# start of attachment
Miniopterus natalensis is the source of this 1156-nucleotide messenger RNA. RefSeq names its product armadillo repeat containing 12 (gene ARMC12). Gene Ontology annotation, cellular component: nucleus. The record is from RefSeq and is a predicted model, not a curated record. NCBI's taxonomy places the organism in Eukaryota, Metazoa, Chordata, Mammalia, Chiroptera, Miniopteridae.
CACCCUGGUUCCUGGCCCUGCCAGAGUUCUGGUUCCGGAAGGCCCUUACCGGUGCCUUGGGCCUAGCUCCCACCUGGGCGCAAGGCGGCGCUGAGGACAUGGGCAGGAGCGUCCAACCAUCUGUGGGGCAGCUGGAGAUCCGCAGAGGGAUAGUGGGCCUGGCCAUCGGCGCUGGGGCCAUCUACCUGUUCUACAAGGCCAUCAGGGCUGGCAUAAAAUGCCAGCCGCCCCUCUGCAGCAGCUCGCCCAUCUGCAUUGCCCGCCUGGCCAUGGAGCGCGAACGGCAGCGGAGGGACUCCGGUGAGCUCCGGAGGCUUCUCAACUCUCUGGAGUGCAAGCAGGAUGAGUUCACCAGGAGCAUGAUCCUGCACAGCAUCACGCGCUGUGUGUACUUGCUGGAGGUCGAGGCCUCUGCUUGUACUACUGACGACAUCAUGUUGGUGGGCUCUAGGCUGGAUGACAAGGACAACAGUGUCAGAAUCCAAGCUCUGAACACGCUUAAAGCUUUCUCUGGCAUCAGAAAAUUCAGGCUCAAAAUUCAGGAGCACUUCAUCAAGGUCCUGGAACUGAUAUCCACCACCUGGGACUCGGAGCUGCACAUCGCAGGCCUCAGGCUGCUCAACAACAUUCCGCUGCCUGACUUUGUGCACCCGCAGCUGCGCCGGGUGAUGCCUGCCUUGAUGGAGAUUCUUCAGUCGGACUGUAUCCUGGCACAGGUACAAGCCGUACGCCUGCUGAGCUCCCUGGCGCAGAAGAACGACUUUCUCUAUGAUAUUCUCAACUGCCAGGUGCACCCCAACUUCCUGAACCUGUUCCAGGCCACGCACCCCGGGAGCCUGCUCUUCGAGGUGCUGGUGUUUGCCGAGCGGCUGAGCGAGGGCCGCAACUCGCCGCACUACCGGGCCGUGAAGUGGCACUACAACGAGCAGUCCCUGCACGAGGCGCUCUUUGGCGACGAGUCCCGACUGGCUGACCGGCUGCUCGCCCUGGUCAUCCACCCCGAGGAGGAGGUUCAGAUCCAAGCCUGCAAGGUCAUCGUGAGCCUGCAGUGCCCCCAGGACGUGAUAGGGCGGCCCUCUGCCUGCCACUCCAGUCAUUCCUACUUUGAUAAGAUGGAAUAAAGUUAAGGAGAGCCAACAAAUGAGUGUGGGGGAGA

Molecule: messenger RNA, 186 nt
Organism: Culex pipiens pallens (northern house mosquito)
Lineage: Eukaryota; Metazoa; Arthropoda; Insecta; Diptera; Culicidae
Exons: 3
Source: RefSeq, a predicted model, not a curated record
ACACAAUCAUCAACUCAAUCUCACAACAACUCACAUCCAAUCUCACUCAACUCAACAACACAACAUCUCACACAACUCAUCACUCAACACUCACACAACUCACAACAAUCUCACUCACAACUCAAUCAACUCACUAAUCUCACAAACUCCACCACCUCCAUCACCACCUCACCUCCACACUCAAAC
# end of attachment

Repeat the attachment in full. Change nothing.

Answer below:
Miniopterus natalensis is the source of this 1156-nucleotide messenger RNA. RefSeq names its product armadillo repeat containing 12 (gene ARMC12). Gene Ontology annotation, cellular component: nucleus. The record is from RefSeq and is a predicted model, not a curated record. NCBI's taxonomy places the organism in Eukaryota, Metazoa, Chordata, Mammalia, Chiroptera, Miniopteridae.
CACCCUGGUUCCUGGCCCUGCCAGAGUUCUGGUUCCGGAAGGCCCUUACCGGUGCCUUGGGCCUAGCUCCCACCUGGGCGCAAGGCGGCGCUGAGGACAUGGGCAGGAGCGUCCAACCAUCUGUGGGGCAGCUGGAGAUCCGCAGAGGGAUAGUGGGCCUGGCCAUCGGCGCUGGGGCCAUCUACCUGUUCUACAAGGCCAUCAGGGCUGGCAUAAAAUGCCAGCCGCCCCUCUGCAGCAGCUCGCCCAUCUGCAUUGCCCGCCUGGCCAUGGAGCGCGAACGGCAGCGGAGGGACUCCGGUGAGCUCCGGAGGCUUCUCAACUCUCUGGAGUGCAAGCAGGAUGAGUUCACCAGGAGCAUGAUCCUGCACAGCAUCACGCGCUGUGUGUACUUGCUGGAGGUCGAGGCCUCUGCUUGUACUACUGACGACAUCAUGUUGGUGGGCUCUAGGCUGGAUGACAAGGACAACAGUGUCAGAAUCCAAGCUCUGAACACGCUUAAAGCUUUCUCUGGCAUCAGAAAAUUCAGGCUCAAAAUUCAGGAGCACUUCAUCAAGGUCCUGGAACUGAUAUCCACCACCUGGGACUCGGAGCUGCACAUCGCAGGCCUCAGGCUGCUCAACAACAUUCCGCUGCCUGACUUUGUGCACCCGCAGCUGCGCCGGGUGAUGCCUGCCUUGAUGGAGAUUCUUCAGUCGGACUGUAUCCUGGCACAGGUACAAGCCGUACGCCUGCUGAGCUCCCUGGCGCAGAAGAACGACUUUCUCUAUGAUAUUCUCAACUGCCAGGUGCACCCCAACUUCCUGAACCUGUUCCAGGCCACGCACCCCGGGAGCCUGCUCUUCGAGGUGCUGGUGUUUGCCGAGCGGCUGAGCGAGGGCCGCAACUCGCCGCACUACCGGGCCGUGAAGUGGCACUACAACGAGCAGUCCCUGCACGAGGCGCUCUUUGGCGACGAGUCCCGACUGGCUGACCGGCUGCUCGCCCUGGUCAUCCACCCCGAGGAGGAGGUUCAGAUCCAAGCCUGCAAGGUCAUCGUGAGCCUGCAGUGCCCCCAGGACGUGAUAGGGCGGCCCUCUGCCUGCCACUCCAGUCAUUCCUACUUUGAUAAGAUGGAAUAAAGUUAAGGAGAGCCAACAAAUGAGUGUGGGGGAGA

Molecule: messenger RNA, 186 nt
Organism: Culex pipiens pallens (northern house mosquito)
Lineage: Eukaryota; Metazoa; Arthropoda; Insecta; Diptera; Culicidae
Exons: 3
Source: RefSeq, a predicted model, not a curated record
ACACAAUCAUCAACUCAAUCUCACAACAACUCACAUCCAAUCUCACUCAACUCAACAACACAACAUCUCACACAACUCAUCACUCAACACUCACACAACUCACAACAAUCUCACUCACAACUCAAUCAACUCACUAAUCUCACAAACUCCACCACCUCCAUCACCACCUCACCUCCACACUCAAAC